Pressure Reducing & Cavitation - Your Questions An...Read More
Pressure Reducing Valves
What are Pressure reducing valves?
Hydraulically operated pressure reducing control valves reduce a higher upstream pressure to a constant lower downstream pressure, regardless of fluctuating demand or varying upstream pressure.
There are different methods for applying pressure reduction: mechanical, electronic and hydraulic.
BERMAD offers fully automatic hydraulic pressure reduction.
In municipal networks pressure reducing valves are required at the inlet of pressure zones or DMAs (District Metering Areas). On the one hand, for protecting the equipment at the downstream and household plumbing from overpressure. On the other hand, guaranteeing sufficient & reliable pressure for the consumers.
In Irrigation PRVs (pressure reducing valves) are required in water headers in the entry of lower elevation fields, pivot-machines, low pressure systems like dripping pipes and more.
In high rise buildings, PRVs are located on every floor or every few floors, for protecting the department’s plumbing and low rated fittings & connections from overpressure.
How do Pressure reducing valves work?
The Hydraulic pressure reducing valves are equipped with a pressure reducing pilot designed to hydraulically sense the downstream pressure.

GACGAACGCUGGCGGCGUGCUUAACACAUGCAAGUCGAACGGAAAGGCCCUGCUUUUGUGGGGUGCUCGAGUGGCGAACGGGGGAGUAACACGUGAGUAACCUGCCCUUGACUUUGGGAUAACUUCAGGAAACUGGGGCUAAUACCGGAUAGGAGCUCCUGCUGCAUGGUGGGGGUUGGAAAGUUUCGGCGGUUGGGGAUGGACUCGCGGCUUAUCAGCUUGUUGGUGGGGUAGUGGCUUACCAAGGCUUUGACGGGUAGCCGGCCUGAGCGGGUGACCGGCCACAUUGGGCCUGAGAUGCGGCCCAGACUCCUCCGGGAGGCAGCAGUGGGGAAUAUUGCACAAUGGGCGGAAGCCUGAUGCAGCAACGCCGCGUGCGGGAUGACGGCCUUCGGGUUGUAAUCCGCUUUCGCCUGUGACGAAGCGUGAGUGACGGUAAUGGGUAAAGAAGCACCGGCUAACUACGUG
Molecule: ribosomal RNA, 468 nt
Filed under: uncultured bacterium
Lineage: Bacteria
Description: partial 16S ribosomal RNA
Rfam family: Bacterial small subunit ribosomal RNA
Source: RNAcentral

The pressure reducing pilot commands the valve to throttle/close when the downstream pressure increases ABOVE the pilot pressure set point and to open the valve when the downstream pressure decreases to BELOW the pilot pressure set point.
When downstream pressure is higher than the required set-point, the pilot allows water to flow from the upstream to the control chamber and the valve tends to close.
When downstream pressure is equal to the required set-point, the pilot keeps the water in the control chamber and the valve remains in the same position, not opening or closing, and thus retaining the set pressure.
When downstream pressure is lower than the required set-point, the pilot drains water from the control chamber to the atmosphere and the valve opens.
*This example refers to 3-way control method.
In Waterworks and Buildings 2-Way is common as well, which has somewhat different principles of operation.
What are the common types of Pressure Reducing Valves?
System pressure can vary due to many different reasons. pumps starting, changes in topography, pipe characteristics, the resistance of equipment along the system, leaks & water theft and of course the demand flow pattern which has a direct effect on the Pressure loss across the pipeline.
In Waterworks & Buildings some systems supply water 24/7, and flow constantly vary throughout the day.
While in Irrigation & Fire Protection, flow is constant and occurs in shifts/pulses, depending on the crops or firefighting emergency events.
Based on this understanding there are many different types of Pressure Reducing Valves and configurations to optimally suit these varying requirements
Some rely on a 3-way control loop and others on 2-way. Some are full bore for minimal head loss during insufficient inlet pressure and others are reduced bore for achieving efficient pressure regulation.
Some have throttling devices to cope with low flows, and others have different mechanisms to eliminate/reduce cavitation.